Wednesday, October 22, 2014

Book log 31: A Distant Mirror: The Calamitous 14th Century

by Barbara W. Tuchman

Years ago (when the Earth was young and so forth), I wandered into a store across the street from the World Trade Centers (so you know this was a long time ago) that was closing down. It wasn't a bookstore, but one of those mixed-offering stores that also had books. It was part of a chain that no longer exists, if that makes a difference to you. Anyway, many things were getting sold off, obviously, but I was most drawn to the book section. I spent most of my lunch hour there seeing what they had, and ended up with half a dozen volumes. One of these was another Tuchman book, The Guns of August.

Which I never got around to reading, of course, and it's still in waiting somewhere in my bookshelves to be unearthed and actually cracked open. But a historian like Tuchman always comes up when you're looking for something historical, and sooner or later, gasp! You actually hunt down a book and--you know--OPEN it. It happened to be A Distant Mirror, because inspiration I was seeking needed to be in a form of history from long ago, when the English we speak wasn't quite the same and in fact probably wouldn't have been intelligible, certainly not to most Americans.

Anyway, it was like opening Pandora's box, I tell you. There was a rush of detail and description and a flood of personalities and WOW. I knew nothing about France of that particular time, except for the occasional references I found in other things. I had read previously that France was the center of the universe in many ways at the time, but it wasn't until I started to read this work by Tuchman that I understood exactly what that meant. This work reminded me that it was one thing to know and another to REALLY comprehend. 

After viewing life through A Distant Mirror (yes, I think it's a requirement to use a pun this way with a title like this), I have a need to see the lands of Coucy. And if you ever block out a chunk of time to read this book, you will too.

COMING UP: Oh, so many choices, so little time, and more!

Wednesday, October 15, 2014

Book log 30: His Road Home

I don't know why this is coming up as unreadable, but I persevere...

by Anna Richland
I vaguely remembered Anna Richland talking about the setup of this story on a panel or something ages ago, but I had forgotten about it until I received an advanced reading copy of this short story (or is it a novella?). And it was wonderful. First of all, I thought Richland was writing about immortal Vikings, so when this story turned out to be about a coworker of one of those Vikings and what happens after he suffers a grievous injury after he steps on a land mine, it was a surprise. His path crosses with a marine biologist who grew up in the same small town, and the story is about the way they grow to learn about each other during a cross-country journey back home. Holiday stories can be annoying and cloying, but this was just right. Thank you, Anna!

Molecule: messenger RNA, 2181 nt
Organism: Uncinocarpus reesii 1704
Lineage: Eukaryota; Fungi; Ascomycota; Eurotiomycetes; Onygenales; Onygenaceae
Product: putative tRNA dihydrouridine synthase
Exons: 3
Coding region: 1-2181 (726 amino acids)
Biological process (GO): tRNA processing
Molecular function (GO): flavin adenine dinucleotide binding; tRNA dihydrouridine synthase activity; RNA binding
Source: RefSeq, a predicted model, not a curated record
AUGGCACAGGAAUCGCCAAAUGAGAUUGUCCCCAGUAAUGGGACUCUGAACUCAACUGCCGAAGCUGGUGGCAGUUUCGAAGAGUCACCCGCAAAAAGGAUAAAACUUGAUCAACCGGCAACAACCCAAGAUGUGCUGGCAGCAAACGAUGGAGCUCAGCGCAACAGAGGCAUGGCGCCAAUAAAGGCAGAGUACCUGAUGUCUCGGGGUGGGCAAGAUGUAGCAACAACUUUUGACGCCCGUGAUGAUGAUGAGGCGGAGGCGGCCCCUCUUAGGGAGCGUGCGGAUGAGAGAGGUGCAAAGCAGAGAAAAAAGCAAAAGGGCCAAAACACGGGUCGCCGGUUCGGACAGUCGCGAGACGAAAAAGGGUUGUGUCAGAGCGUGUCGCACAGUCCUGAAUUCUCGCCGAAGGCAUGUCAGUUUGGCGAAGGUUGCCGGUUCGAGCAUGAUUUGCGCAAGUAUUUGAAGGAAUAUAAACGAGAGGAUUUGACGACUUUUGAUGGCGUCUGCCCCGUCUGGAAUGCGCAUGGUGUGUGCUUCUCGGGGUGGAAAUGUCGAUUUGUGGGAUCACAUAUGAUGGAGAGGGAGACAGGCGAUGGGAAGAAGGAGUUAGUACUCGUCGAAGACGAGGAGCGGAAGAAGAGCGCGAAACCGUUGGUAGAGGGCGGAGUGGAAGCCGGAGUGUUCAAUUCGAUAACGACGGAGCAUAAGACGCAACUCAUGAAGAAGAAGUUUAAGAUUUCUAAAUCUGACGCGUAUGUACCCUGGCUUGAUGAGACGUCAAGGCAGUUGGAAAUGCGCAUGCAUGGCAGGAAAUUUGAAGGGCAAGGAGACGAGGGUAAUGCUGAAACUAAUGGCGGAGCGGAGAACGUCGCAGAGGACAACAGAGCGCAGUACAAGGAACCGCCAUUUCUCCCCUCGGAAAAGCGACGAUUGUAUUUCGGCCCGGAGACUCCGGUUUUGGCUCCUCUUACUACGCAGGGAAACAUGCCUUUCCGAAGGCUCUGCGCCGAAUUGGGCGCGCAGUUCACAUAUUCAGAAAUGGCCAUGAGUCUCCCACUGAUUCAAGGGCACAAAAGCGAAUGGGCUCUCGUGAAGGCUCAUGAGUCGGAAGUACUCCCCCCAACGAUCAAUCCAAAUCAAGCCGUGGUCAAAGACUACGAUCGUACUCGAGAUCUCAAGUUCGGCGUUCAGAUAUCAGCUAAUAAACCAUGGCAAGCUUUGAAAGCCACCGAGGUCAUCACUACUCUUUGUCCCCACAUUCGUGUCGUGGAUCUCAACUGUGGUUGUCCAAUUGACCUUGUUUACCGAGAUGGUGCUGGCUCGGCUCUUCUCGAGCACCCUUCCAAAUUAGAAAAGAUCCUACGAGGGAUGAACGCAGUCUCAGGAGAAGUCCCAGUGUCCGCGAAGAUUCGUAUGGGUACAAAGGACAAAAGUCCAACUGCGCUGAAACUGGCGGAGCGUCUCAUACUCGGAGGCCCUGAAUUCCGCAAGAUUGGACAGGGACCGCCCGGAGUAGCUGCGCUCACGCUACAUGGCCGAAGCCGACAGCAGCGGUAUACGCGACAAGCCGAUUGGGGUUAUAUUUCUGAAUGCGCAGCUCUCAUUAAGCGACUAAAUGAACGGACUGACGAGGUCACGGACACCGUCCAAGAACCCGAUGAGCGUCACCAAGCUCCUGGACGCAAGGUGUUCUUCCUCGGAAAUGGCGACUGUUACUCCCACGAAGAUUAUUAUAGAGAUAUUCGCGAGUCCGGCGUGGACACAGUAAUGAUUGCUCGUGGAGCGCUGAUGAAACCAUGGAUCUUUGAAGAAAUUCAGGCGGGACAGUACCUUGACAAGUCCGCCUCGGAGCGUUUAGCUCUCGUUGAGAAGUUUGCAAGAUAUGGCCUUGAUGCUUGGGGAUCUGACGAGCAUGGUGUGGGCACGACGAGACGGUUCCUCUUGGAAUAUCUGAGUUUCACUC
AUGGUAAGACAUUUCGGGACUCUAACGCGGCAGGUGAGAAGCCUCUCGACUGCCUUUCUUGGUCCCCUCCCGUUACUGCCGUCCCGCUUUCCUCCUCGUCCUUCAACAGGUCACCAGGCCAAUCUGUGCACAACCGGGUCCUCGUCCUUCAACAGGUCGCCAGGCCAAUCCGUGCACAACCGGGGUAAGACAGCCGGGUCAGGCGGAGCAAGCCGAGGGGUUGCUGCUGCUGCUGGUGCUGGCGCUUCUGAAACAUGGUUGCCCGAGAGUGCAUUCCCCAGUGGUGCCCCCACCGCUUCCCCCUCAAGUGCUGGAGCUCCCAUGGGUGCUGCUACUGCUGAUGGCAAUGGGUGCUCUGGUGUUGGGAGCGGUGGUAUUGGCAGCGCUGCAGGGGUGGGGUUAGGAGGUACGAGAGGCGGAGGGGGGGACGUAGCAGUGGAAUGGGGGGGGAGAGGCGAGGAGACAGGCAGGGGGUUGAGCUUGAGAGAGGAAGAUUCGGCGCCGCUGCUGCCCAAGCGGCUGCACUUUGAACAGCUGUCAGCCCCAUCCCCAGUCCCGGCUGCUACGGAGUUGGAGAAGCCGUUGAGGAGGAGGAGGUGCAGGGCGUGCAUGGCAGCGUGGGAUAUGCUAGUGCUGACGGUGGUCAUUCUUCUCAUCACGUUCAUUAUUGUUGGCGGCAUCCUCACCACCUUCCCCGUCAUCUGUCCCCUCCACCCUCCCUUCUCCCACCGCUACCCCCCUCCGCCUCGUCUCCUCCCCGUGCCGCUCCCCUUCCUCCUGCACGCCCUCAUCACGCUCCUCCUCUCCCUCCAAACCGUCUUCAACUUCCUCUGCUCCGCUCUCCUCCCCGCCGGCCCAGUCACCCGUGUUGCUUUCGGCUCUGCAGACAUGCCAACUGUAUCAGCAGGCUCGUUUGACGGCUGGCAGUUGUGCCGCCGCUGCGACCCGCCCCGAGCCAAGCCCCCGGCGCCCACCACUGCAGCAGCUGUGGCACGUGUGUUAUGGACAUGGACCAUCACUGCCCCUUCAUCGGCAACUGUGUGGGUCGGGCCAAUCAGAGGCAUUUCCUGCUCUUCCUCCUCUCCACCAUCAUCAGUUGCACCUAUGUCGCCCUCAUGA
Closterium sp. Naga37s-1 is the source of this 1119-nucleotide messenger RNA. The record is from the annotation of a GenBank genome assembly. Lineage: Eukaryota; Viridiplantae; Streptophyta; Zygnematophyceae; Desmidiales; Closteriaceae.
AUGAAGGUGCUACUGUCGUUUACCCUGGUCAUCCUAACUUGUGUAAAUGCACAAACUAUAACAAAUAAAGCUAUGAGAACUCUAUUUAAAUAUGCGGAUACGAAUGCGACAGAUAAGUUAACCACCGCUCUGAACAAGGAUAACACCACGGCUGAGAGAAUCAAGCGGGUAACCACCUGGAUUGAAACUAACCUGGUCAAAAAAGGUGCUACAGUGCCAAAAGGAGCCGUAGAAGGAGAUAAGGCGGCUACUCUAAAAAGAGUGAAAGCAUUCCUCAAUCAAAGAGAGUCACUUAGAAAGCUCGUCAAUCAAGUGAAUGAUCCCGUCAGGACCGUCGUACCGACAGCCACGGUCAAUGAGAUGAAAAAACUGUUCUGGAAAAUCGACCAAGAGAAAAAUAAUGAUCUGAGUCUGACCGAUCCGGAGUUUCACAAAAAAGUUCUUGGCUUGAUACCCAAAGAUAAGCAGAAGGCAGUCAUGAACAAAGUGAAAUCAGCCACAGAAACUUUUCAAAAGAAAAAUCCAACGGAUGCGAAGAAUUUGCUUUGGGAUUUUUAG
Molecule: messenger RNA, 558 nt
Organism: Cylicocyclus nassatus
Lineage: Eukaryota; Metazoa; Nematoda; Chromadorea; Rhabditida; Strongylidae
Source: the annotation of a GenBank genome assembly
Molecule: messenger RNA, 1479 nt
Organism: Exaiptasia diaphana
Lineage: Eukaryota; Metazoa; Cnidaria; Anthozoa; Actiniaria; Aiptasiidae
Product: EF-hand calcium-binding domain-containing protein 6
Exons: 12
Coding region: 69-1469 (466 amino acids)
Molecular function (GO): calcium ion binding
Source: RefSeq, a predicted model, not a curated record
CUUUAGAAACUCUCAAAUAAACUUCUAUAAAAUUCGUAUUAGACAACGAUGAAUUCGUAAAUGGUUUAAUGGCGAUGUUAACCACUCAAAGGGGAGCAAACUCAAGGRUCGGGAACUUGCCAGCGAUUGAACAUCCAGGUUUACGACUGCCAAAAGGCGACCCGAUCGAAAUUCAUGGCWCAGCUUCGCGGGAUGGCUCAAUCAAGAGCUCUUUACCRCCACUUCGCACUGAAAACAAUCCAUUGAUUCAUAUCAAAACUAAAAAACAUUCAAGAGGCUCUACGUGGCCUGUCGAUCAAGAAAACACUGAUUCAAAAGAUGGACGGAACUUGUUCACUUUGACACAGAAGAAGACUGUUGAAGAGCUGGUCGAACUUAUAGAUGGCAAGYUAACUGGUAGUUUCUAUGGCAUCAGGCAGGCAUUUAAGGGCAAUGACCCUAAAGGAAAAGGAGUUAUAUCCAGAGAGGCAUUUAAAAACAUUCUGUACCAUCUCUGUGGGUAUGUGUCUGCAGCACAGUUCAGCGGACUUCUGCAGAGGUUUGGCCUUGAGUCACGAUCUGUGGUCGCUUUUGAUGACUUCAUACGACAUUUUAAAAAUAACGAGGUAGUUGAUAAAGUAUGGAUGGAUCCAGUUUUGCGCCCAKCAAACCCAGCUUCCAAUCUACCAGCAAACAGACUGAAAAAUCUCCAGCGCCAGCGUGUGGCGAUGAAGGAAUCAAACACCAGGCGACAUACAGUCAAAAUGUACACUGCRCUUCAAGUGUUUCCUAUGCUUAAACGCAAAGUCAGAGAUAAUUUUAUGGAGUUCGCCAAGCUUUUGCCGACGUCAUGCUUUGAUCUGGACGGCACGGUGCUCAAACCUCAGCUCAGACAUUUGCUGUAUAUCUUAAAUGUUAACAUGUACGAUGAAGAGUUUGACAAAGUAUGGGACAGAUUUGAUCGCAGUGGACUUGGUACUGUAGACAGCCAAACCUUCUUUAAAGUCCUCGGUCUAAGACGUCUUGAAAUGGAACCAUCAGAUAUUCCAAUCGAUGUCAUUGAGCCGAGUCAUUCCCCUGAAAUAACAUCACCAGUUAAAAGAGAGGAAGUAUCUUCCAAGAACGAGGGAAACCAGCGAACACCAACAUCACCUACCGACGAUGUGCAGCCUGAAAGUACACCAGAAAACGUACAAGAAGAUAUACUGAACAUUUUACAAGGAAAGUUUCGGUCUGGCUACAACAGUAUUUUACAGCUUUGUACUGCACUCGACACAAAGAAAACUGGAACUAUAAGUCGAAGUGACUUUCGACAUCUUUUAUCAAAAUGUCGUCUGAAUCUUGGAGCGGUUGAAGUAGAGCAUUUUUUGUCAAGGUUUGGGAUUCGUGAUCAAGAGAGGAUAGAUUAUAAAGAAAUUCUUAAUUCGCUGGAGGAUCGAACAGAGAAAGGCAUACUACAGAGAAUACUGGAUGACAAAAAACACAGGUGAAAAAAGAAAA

COMING UP: Oh, so many choices, so little time, and more!

Wednesday, October 08, 2014


by Ben Macintyre
While the topic of espionage has been in the public eye and imagination for many years, I only got interested in it when we went to a traveling exhibit about spies at a local museum. While I can’t even pretend to understand what goes through the mind of someone who decides to do the spy thing, either against one’s own country or against another, we’ve been exposed to many different variations on the topic in the past fifty years, seeing the exhibit was certainly an eye-opener, as was this book.

Considering the stakes, the idea that spies were basically recruited because they had the right upper-crust background was horrifying, considering how in-bred and moronic the upper-crust and monied tend to be, no matter where you are (because I am not being politic here, I will not name names). But then I remembered reading about the Great Game back in the 19th century, and before that, about Benedict Arnold and his decision and miserable life afterward (not that I have an opinion or anything—but if what I’ve read is correct, his life wasn’t a great one in Britain), and clearly there are many reasons to do it, ranging from money to revenge to plain stupidity and it’s all been going on for as long as there have been people. The very term “tattletale” from our childhood says that informing on others is something that’s both encouraged and disapproved of, depending on which side of the telling you’re on.